(Published in the September 2010 issue)
Anterior cruciate ligament (ACL) injuries can be debilitating, even career-ending for some athletes. Superstars like Tiger Woods, the Chargers’ Philip Rivers and Cincinnati Bengals quarterback Carson Palmer can attest: when a doctor says “ACL,” you’ll likely be out of the game for awhile.
San Diego Pilates instructor and nutritionist Kristen Norman sees a lot of people with this type of injury (aka when your knee “gives out”) in her classes.
“I seem to be drawn to people with injuries,” she says. “I kept thinking about the surgeries, pain and discomfort that could have been avoided had these people had proper training techniques earlier on.”
With the goal of helping her clients “stay off the bench and in the game,” Norman created Bench Busters, a do-it-yourself system designed to be self-empowering while encouraging athletes to understand different parts of their bodies-and protect them. She describes her approach as "athletic training that promotes proper bio-mechanics and body awareness, like Pilates does.”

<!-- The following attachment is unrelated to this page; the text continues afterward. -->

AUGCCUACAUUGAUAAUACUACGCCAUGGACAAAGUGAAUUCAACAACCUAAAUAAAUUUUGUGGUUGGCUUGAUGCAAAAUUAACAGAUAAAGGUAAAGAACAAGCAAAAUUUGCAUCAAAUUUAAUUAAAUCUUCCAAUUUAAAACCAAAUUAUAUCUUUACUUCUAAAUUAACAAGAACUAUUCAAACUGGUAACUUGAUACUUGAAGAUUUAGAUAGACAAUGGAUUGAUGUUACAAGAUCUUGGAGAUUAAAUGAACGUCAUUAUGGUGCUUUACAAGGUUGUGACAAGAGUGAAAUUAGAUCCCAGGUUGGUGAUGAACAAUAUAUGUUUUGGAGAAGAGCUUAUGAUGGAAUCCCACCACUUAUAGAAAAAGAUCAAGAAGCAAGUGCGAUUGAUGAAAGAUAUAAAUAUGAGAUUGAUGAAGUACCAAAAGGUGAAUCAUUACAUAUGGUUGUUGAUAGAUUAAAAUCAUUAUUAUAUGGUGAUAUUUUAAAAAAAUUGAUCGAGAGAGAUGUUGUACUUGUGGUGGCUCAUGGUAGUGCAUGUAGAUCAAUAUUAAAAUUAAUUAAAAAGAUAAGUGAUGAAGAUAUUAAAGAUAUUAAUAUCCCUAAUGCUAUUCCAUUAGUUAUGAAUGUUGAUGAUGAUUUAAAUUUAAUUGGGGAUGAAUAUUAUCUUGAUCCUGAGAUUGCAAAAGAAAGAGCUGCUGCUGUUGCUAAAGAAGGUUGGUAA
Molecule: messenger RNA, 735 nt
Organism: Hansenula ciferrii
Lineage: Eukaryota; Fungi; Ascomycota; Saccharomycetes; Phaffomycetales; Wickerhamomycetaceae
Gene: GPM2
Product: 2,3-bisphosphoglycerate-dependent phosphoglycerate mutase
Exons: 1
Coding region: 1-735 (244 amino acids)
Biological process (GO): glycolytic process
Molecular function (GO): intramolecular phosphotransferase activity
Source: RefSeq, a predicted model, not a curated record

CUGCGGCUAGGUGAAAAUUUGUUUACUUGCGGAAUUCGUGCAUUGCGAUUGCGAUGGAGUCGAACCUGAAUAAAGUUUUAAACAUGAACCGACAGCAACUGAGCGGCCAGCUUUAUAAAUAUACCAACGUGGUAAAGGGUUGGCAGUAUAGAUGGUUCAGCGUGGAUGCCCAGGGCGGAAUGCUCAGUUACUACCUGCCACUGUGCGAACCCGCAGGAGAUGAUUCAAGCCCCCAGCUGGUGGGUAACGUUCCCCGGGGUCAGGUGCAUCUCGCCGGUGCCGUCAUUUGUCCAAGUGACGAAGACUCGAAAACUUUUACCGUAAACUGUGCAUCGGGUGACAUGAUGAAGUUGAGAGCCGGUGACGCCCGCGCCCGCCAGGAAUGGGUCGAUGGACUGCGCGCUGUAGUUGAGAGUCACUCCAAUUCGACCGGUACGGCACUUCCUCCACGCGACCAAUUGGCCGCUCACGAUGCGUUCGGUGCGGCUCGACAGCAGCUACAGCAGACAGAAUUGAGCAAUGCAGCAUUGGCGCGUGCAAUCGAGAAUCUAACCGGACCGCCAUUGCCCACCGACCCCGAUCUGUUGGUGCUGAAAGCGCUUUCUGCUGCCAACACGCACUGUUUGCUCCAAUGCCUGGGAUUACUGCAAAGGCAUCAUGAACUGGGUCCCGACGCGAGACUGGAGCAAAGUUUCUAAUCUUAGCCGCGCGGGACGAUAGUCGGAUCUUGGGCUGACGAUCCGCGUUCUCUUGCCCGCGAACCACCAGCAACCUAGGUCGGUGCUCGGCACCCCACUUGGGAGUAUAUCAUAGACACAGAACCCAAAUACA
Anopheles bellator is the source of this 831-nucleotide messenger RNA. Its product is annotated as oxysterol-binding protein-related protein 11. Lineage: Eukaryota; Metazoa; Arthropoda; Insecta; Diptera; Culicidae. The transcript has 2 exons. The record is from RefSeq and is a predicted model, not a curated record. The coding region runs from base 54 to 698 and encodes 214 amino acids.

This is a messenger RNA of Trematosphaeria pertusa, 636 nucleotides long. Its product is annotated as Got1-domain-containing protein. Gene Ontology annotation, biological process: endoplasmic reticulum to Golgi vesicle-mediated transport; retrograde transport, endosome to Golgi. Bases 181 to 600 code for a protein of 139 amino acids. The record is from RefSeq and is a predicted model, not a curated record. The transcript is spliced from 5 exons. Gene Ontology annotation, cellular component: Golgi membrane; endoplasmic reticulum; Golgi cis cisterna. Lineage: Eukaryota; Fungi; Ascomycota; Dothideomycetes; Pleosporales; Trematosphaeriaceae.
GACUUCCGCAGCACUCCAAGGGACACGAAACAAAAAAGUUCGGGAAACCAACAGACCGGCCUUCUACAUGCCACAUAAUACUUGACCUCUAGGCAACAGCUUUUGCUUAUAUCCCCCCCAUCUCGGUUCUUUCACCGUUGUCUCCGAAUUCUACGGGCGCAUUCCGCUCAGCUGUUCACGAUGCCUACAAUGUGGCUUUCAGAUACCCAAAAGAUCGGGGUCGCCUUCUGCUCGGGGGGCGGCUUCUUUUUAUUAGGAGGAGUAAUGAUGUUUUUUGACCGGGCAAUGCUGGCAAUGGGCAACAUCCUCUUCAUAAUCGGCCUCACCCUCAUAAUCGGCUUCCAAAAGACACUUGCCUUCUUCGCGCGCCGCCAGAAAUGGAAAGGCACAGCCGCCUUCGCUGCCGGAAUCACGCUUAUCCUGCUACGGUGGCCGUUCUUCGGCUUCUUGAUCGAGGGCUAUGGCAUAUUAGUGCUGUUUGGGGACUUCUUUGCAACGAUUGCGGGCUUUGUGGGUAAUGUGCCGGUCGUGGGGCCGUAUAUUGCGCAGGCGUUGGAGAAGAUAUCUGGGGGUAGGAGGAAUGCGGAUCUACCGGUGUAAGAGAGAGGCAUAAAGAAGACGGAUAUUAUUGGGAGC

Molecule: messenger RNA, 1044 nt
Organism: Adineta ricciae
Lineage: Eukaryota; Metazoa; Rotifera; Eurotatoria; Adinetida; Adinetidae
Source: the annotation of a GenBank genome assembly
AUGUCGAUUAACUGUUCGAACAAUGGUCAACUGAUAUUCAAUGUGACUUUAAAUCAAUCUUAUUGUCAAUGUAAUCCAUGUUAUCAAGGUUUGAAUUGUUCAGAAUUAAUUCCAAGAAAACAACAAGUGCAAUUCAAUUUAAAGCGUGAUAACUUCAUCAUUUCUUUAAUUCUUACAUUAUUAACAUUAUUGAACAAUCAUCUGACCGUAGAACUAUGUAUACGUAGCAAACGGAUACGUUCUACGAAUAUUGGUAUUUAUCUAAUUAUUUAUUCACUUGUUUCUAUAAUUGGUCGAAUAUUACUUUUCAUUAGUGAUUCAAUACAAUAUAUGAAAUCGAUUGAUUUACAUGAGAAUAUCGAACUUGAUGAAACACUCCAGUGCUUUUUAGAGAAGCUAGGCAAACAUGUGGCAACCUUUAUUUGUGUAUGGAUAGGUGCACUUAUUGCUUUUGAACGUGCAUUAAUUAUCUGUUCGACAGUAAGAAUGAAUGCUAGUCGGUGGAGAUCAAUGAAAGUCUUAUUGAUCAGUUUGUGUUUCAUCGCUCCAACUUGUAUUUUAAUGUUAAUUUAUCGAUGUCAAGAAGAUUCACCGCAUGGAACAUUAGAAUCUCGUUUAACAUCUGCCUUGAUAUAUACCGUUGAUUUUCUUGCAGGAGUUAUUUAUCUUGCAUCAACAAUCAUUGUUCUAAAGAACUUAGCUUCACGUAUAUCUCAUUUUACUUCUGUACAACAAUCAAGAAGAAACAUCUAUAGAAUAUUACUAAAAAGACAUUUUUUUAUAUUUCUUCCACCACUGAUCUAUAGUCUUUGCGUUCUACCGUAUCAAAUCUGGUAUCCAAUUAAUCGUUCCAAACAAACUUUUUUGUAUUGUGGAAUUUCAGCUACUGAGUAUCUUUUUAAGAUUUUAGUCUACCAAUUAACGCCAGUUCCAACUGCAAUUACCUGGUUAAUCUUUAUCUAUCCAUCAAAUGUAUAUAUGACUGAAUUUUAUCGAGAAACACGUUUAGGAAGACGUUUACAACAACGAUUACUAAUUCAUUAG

Exercises included on Norman’s recently completed training video, which she developed with business partner, Mike Bosworth, are meant to help both sexes and include fairly simple ball and stretching exercises.
“I want to empower people with the tools to live a happy and healthy life before they are forced into it by some sort of health crisis,” Norman says. She claims that following her 30-minute program three times a week can reduce the rate of injury by up to 89 percent.
As for her company’s future growth, Norman has more big things planned. One of her clients, Padres star pitcher Chris Young, who originally sought her out because of an oblique tear, has since noticed relief in his back following her workouts. As a result, she intends to expand the Bench Busters focus to include the lower back and other commonly injured areas.
“We have a vision for creating a network of all types of healing,” she says. “Eventually, Bench Busters will include nutrition, natural and herbal medicine, body-work, anything that promotes wellness and prevention of injury or disease. We see it becoming a forum for health. It’s all about maximizing the benefits of the time and effort we put in to taking care of our bodies.”